In this week's Simply Learning:
- Connect with your audience for better presentations
- Look at a crazy AI website with people who aren't people
- Learn about your online platform BEFORE you go live
Often we get so nervous when we are presenting, that we forget about the audience completely.
I used to rush through my rehearsed talk, then run off stage to sit down. I couldn't get back to my seat fast enough.
I didn’t stop to think about my relationship with the audience.
To be honest I didn't have the headspace to do it.
I knew things had to change.
The simple steps that help me most now are:
- Learn about the audience beforehand. If you understand the audience, your talk will be geared towards them, and you’ll know what they are looking for. This is the making of a meaningful connection.
- Don't use a script. When I learned a script, my thoughts were always in my head on the lines and never with the audience. Using notes as a guide allows me to be present, to see the audience, and to react and respond.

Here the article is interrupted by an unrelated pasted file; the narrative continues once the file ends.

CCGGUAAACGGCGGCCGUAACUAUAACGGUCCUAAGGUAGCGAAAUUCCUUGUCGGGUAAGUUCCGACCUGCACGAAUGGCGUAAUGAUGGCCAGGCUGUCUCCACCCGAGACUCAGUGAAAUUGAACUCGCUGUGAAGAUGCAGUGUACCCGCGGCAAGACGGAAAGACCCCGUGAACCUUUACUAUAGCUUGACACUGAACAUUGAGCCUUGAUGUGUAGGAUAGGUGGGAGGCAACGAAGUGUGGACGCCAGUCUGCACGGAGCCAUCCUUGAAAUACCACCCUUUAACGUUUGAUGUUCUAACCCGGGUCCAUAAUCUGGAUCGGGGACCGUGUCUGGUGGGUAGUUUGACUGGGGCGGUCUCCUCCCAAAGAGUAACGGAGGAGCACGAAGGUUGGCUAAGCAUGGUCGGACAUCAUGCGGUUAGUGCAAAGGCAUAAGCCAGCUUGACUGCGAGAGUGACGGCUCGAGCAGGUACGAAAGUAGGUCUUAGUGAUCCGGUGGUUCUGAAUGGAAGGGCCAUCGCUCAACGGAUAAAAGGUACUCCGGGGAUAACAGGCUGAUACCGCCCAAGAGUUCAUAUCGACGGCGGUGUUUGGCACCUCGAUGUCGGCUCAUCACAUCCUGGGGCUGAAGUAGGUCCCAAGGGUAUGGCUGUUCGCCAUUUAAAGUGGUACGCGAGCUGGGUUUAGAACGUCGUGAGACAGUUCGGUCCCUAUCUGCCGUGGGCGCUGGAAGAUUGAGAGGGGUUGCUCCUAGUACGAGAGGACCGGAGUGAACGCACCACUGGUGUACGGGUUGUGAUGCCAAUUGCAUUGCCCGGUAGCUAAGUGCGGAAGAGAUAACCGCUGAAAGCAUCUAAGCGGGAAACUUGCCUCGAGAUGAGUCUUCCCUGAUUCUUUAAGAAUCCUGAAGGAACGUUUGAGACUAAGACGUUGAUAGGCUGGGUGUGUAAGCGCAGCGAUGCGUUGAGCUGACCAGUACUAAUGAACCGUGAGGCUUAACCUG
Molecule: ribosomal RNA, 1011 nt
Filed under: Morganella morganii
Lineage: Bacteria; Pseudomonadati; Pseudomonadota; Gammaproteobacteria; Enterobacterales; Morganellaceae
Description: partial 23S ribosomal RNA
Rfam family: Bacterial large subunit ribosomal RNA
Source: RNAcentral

- Pause. I used to race through my talk without a moment to take a breath. The audience must have felt like it was a whirlwind. Now I am mindful of my pace. I pause. And I use the pause to look at them and connect.
Scripting, racing through the talk, focusing on the next line are all for our benefit. They all help us to feel better, but they don’t help the audience.
Instead, if we can be present we will connect more with the audience.
AI technology always blows my mind.
There is one website that no matter how many times I look at it I cannot can wrap my head around it.
This Person Does Not Exist is a website that generates random AI-generated faces of people.
Just keep pressing refresh.
They look like actual people, but they're not.
These people do not exist.
There are few things more awkward than watching someone fumble around with unmuting their microphone at the beginning of an online event.
Before I run an online session, I always make sure I know the platform well.
Run through the common task on your platform so you know them inside out:
- How to record
- How to run breakouts
- How to use the text chat
- How to share your screen
- How to turn cameras on/off quickly
- How to admit people to the room
Be prepared for the common tech tasks.
It'll take the pressure of you during the live event and it'll allow you to focus on the content itself.
See you next week.
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